The receipt of this letter seems to have disquieted Tartaglia somewhat; for he has added a note to it, in which he says that Cardan has placed him in a position of embarrassment. He had evidently wished for an introduction to D'Avalos, but now it was offered to him it seemed a burden rather than a benefit. He disliked the notion of going to Milan; yet, if he did not go, the Marchese d'Avalos might take offence. But in the end he decided to undertake the journey; and, as D'Avalos happened then to be absent from Milan on a visit to his country villa at Vigevano, he stayed for three days in Cardan's house. As a recorder of conversations Tartaglia seems to have had something of Boswell's gift. He gives an abstract of an eventful dialogue with his host on March 25, 1539, which Cardan begins by a gentle reproach anent his guest's reticence in the matter of the rule of the cosa and the cubus equal to the numerus. Tartaglia's reply to this complaint seems reasonable enough (it must be borne in mind that he is his own reporter), and certainly helps to absolve him from the charge sometimes made against him that he was nothing more than a selfish curmudgeon who had resolved to let his knowledge die with him, rather than share it with other mathematicians of whom he was jealous. He told Cardan plainly that he kept his rules a secret because, for the present, it suited his purpose to do so. At this time he had not the leisure to elaborate farther the several rules in question, being engaged over a translation of Euclid into Italian; but, when this work should be completed, he proposed to publish a treatise on Algebra in which he would disclose to the world all the rules he already knew, as well as many others which he hoped to discover in the course of his present work. He concludes: "This is the cause of my seeming discourtesy towards your excellency. I have been all the ruder, perhaps, because you write to me that you are preparing a book similar to mine, and that you propose to publish my inventions, and to give me credit for the same. This I confess is not to my taste, forasmuch as I wish to set forth my discoveries in my own works, and not in those of others." In his reply to this, Cardan points out that he had promised, if Tartaglia so desired, that he would not publish the rules at all; but here Messer Niccolo's patience and good manners gave way, and he told Messer Hieronimo bluntly that he did not believe him. Then said Cardan: "I swear to you by the Sacred Evangel, and by myself as a gentleman, that I will not only abstain from publishing your discoveries if you will make them known to me but that I will promise and pledge my faith of a true Christian to set them down for my own use in cypher, so that after my death no one may be able to understand them. If you will believe this promise, believe it; if you will not, let us have done with the matter." "If I were not disposed to believe such oaths as these you now swear," said Tartaglia, "I might as well be set down as a man without any faith at all. I have determined to go forthwith to Vigevano to visit the Signor Marchese, as I have now been here for three days and am weary of the delay, but I promise when I return that I will show you all the rules." Cardan replied: "As you are bent on going to Vigevano, I will give you a letter of introduction to the Marchese, so that he may know who you are; but I would that, before you start, you show me the rule as you have promised." "I am willing to do this," said Tartaglia, "but I must tell you that, in order to be able to recall at any time my system of working, I have expressed it in rhyme; because, without this precaution, I must often have forgotten it. I care naught that my rhymes are clumsy, it has been enough for me that they have served to remind me of my rules. These I will write down with my own hand, so that you may be assured that my discovery is given to you correctly." Then follow Tartaglia's verses: "Quando chel cubo con le cose apresso Se agualia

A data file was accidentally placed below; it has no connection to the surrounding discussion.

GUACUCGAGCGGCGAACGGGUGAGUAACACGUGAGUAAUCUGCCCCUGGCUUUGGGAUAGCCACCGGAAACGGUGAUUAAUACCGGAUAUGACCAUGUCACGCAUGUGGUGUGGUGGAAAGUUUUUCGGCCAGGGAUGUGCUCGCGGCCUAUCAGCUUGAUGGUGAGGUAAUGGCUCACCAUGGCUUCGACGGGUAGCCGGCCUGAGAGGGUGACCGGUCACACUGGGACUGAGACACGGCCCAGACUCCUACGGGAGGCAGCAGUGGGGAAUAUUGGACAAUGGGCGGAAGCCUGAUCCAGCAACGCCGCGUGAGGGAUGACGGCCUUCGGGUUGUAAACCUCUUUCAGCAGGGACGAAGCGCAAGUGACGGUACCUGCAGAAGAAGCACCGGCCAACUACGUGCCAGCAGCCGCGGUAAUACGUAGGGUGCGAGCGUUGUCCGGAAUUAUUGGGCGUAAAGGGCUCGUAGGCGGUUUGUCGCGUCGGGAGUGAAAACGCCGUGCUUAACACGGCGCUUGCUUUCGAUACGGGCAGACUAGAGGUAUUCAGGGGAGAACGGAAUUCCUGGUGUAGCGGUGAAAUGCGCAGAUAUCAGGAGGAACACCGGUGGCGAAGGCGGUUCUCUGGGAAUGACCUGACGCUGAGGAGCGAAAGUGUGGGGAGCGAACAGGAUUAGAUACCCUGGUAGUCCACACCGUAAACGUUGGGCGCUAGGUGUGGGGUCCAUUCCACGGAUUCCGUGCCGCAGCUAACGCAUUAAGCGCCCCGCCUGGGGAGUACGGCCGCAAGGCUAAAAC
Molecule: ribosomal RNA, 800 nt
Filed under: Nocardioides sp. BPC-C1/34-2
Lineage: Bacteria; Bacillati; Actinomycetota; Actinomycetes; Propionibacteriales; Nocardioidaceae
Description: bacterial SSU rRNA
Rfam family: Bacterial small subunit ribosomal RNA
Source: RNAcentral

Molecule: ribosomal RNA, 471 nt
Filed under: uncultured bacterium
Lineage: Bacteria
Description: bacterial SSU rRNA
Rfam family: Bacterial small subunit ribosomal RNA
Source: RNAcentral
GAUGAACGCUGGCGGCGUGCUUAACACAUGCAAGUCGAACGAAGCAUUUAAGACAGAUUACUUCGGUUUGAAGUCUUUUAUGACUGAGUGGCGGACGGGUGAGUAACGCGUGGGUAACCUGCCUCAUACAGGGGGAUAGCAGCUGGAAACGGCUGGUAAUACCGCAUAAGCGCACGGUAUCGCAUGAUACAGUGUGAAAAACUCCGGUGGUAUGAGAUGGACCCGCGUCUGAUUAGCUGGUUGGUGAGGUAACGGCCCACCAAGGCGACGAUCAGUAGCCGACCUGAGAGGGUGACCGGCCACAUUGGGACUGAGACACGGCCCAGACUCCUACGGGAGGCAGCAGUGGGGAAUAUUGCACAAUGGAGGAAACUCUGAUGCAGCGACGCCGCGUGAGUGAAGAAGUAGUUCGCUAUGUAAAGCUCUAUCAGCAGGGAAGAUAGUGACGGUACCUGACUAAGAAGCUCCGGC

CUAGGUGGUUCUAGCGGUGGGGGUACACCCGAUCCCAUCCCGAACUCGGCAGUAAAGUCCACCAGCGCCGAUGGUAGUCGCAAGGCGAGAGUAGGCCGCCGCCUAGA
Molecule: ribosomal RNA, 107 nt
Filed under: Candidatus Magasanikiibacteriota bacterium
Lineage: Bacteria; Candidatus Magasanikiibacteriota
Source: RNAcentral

"Men's names should not only distinguish them. A man should be something that all men are not, and individual in somewhat beside his proper name. Thus, while it exceeds not the bound of reason and modesty, we cannot condemn singularity. Nos numerus sumus is the motto of the multitude, and for that reason are they fools." Peak laughed his approval.
Quanto plus propinquorum, quo major affinium numerus, tanto gratiosior senectus, nec ulla orbitatis pretia. XXI. Suscipere tam inimicitias, seu patris, seu propinqui, quam amicitias, necesse est: nec implacabiles durant.
Compare our word seek. Nulla affectione animi. Numerus. Greater number and consequently less relative value of the silver coins. On quia, cf. note, H. 1, 31. VI. Ne quidem. Not even, i.e. iron is scarce as well as gold and silver. The weapons found in ancient German graves are of stone, and bear a striking resemblance to those of the American Indians. Cf. Ukert, p. 216.